Why You Should Never Lie On Your Resume – Part Two
Last time, we looked at why it’s important to never lie on your resume. Here, we’ll give some compelling reasons and some specific instances where it’s never a good idea, and why honesty really is the best policy.
Seriously, if nothing else, the sheer embarrassment of being found should be enough to deter people from lying on a resume. As we said last time, if an employer discovered a lie on your resume, it’s pretty much an instant black mark. But if you managed to get hired and then found out, you will likely be fired – and with the kind of references that could stop you from getting another role. People are rarely forgiving about lies on resumes – as Thomas O’Riordan found out in 2013 when the 51-year-old barrister was exposed for having invented a glittering resume, none of which was real. He was forced to quit in disgrace. Even if your boss gives you another chance, are they going to trust you in the future? Chances are, they never will.
Lying on a resume isn’t just about the big stuff. Some people think a little exaggeration here and there won’t hurt. A recent survey found 54 per cent of employers have seen candidates lie about responsibilities they’ve had in previous positions. It may be tempting to change your job description to say you managed a project you just helped out with but don’t. During your interview, employers will ask questions that will require you to talk about your role and experience. How you answer will reveal whether or not you really know what you’re talking about, or you fabricated a few things. By all means, emphasise the responsibility you did have, like how you supported the team or ensured deadlines were met. Tell a story about a time when you were challenged to make a quick decision and what the outcome was.
Another of the reasons applicants are tempted to lie on their resume is to falsely match their skills to those required of the position they are applying for. Though you might not have all the skills the position calls for, this is not an area you want to embellish. It’s easy to think, ‘I’ll pick it up as I go,’ but if employers find out you don’t have the capabilities you say you do; you’ll flag red as dishonest. Just be honest about your skills and the areas in which you still need to grow. An employer would much sooner hire a candidate who knows him or herself realistically. In fact, most employers would still consider candidates who only fit three of five key qualifications for a job.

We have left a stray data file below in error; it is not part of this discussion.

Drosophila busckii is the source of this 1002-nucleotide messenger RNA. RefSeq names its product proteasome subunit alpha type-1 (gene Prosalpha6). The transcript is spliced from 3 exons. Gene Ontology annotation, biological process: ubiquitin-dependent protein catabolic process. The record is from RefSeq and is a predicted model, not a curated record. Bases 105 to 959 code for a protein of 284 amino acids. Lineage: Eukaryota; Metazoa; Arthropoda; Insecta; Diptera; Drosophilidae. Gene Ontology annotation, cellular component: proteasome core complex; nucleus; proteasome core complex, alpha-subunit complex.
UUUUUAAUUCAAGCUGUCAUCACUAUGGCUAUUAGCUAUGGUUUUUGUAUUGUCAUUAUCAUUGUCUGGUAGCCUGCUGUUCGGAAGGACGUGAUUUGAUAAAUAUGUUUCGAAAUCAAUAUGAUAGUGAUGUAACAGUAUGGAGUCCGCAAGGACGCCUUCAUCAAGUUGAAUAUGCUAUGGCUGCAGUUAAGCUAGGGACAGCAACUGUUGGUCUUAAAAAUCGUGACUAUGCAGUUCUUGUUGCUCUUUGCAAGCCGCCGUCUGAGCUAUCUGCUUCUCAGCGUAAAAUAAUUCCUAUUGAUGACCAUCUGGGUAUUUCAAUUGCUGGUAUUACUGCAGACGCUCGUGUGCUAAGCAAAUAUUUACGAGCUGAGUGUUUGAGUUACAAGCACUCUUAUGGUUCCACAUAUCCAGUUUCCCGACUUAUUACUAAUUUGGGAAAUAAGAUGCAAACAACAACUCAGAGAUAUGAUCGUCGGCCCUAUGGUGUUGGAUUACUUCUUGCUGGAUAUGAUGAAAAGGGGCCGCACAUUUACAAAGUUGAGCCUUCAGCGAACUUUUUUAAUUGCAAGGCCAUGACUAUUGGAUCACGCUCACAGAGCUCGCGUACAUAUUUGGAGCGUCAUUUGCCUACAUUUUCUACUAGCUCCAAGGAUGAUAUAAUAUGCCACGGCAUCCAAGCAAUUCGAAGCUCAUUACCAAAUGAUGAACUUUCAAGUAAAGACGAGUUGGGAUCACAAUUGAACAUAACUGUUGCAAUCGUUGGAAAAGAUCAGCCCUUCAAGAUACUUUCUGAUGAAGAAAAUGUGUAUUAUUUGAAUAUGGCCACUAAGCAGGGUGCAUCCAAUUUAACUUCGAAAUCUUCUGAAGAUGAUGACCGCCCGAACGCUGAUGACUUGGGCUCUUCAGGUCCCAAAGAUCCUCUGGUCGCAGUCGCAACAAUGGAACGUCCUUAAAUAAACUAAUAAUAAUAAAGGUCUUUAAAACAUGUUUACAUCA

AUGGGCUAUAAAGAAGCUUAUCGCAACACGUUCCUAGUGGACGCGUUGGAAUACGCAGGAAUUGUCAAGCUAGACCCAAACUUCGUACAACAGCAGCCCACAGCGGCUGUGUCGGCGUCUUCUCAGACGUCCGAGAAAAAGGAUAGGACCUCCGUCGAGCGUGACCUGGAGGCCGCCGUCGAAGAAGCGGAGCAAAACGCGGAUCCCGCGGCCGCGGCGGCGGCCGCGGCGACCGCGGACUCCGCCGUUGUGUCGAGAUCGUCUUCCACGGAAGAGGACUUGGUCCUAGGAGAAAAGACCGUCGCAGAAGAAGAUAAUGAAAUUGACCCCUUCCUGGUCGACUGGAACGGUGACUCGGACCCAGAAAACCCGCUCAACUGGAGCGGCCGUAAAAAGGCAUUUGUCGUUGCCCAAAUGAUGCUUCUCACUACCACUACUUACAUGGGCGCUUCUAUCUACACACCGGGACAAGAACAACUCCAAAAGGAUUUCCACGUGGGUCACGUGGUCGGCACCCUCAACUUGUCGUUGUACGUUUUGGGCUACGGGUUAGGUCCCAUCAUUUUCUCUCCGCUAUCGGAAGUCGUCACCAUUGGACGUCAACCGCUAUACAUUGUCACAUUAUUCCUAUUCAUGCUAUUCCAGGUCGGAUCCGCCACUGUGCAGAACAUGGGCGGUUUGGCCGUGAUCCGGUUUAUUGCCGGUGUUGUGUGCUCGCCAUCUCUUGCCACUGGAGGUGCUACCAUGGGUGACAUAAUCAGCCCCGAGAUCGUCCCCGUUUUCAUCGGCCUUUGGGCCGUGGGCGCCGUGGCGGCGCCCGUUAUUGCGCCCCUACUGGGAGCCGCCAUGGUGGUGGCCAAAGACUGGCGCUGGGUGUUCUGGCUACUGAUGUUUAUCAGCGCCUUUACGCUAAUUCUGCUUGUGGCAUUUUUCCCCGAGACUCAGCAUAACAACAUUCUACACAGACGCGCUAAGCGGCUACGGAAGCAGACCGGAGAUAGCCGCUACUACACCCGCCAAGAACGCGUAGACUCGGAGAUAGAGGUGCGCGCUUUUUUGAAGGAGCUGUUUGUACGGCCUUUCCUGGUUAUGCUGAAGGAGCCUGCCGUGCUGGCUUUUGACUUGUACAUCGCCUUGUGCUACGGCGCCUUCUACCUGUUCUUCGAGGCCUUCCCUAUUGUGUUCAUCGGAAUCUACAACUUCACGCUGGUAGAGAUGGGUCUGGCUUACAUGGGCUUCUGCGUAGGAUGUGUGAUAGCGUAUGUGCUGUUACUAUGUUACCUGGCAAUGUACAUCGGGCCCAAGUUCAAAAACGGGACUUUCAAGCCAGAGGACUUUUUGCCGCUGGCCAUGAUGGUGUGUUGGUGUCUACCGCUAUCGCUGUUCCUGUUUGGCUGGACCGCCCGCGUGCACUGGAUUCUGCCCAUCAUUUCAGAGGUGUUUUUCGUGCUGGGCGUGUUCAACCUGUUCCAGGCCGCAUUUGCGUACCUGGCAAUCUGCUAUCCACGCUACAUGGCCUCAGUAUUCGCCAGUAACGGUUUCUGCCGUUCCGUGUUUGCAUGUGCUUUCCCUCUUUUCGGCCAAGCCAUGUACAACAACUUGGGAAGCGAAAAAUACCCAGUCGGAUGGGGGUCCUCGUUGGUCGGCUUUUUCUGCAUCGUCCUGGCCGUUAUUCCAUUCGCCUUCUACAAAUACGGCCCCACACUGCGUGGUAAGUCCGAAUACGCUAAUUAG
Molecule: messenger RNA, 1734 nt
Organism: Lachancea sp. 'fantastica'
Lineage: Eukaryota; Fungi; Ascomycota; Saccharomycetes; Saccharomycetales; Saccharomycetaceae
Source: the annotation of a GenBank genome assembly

Rather than lie on your resume, you could do some work to create a resume that both accurately reflects your true professional self, and still positions you positively for the role you are targeting. Take the time to thoroughly research the company, by looking at their website, reading through the job description and finding out more about the employees that already work there.
Use this information to figure out the most relevant skills or qualifications you possess, and emphasise these as much as possible in your resume. Make sure that you position relevant expertise at the top of your application, to catch the attention of the employer and boost your chances of being invited to an interview.
Also – and only if relevant – bring your hobbies and interests into the mix. Find ways to relate them to the company culture in order to show you are an ideal fit for the business. Make sure these come immediately after your qualifications and experience on your resume, and also include them in your cover letter, so the employer can see how your interests are relevant to the role.
Ultimately, it’s not just your title, qualifications and skills that win the interview. It’s the persuasive argument that you – and only you – can carry out the responsibilities of the position. Essentially, there is absolutely no valid reason to lie on your resume. Select Resumes have successfully helped hundreds of candidates through to their interview, simply by creating powerful, convincing documents that highlight you in ways you have never imagined – and we reflect you truthfully and honestly.